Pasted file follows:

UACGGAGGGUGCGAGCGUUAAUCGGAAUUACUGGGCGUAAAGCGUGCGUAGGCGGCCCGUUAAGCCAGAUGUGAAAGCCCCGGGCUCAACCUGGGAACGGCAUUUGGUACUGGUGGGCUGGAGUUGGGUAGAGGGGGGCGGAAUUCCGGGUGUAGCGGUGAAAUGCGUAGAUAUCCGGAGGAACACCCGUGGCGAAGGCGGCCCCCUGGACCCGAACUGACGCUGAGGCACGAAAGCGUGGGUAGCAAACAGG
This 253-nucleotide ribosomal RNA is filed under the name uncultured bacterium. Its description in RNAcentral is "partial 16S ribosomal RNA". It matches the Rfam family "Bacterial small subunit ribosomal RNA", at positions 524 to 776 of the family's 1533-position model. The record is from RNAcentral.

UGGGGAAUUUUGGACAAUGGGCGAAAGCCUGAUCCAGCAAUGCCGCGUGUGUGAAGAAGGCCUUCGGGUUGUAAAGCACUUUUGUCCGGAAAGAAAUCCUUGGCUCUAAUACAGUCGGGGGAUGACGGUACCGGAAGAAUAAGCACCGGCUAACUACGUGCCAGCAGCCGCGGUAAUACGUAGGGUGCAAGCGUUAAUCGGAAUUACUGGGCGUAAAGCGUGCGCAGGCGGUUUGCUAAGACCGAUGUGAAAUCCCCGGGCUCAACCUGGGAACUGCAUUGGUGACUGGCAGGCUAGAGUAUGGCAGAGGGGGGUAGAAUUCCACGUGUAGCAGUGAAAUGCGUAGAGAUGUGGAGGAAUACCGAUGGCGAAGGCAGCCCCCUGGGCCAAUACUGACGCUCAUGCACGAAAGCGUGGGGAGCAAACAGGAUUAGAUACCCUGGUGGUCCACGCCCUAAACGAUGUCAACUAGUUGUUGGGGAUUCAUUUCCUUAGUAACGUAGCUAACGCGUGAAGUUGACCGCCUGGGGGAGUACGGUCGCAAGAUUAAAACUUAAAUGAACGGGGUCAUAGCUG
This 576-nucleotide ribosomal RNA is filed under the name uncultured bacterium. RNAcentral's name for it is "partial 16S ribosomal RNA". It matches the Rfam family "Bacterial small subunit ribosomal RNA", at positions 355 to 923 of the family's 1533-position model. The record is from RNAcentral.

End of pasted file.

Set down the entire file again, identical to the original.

UACGGAGGGUGCGAGCGUUAAUCGGAAUUACUGGGCGUAAAGCGUGCGUAGGCGGCCCGUUAAGCCAGAUGUGAAAGCCCCGGGCUCAACCUGGGAACGGCAUUUGGUACUGGUGGGCUGGAGUUGGGUAGAGGGGGGCGGAAUUCCGGGUGUAGCGGUGAAAUGCGUAGAUAUCCGGAGGAACACCCGUGGCGAAGGCGGCCCCCUGGACCCGAACUGACGCUGAGGCACGAAAGCGUGGGUAGCAAACAGG
This 253-nucleotide ribosomal RNA is filed under the name uncultured bacterium. Its description in RNAcentral is "partial 16S ribosomal RNA". It matches the Rfam family "Bacterial small subunit ribosomal RNA", at positions 524 to 776 of the family's 1533-position model. The record is from RNAcentral.

UGGGGAAUUUUGGACAAUGGGCGAAAGCCUGAUCCAGCAAUGCCGCGUGUGUGAAGAAGGCCUUCGGGUUGUAAAGCACUUUUGUCCGGAAAGAAAUCCUUGGCUCUAAUACAGUCGGGGGAUGACGGUACCGGAAGAAUAAGCACCGGCUAACUACGUGCCAGCAGCCGCGGUAAUACGUAGGGUGCAAGCGUUAAUCGGAAUUACUGGGCGUAAAGCGUGCGCAGGCGGUUUGCUAAGACCGAUGUGAAAUCCCCGGGCUCAACCUGGGAACUGCAUUGGUGACUGGCAGGCUAGAGUAUGGCAGAGGGGGGUAGAAUUCCACGUGUAGCAGUGAAAUGCGUAGAGAUGUGGAGGAAUACCGAUGGCGAAGGCAGCCCCCUGGGCCAAUACUGACGCUCAUGCACGAAAGCGUGGGGAGCAAACAGGAUUAGAUACCCUGGUGGUCCACGCCCUAAACGAUGUCAACUAGUUGUUGGGGAUUCAUUUCCUUAGUAACGUAGCUAACGCGUGAAGUUGACCGCCUGGGGGAGUACGGUCGCAAGAUUAAAACUUAAAUGAACGGGGUCAUAGCUG
This 576-nucleotide ribosomal RNA is filed under the name uncultured bacterium. RNAcentral's name for it is "partial 16S ribosomal RNA". It matches the Rfam family "Bacterial small subunit ribosomal RNA", at positions 355 to 923 of the family's 1533-position model. The record is from RNAcentral.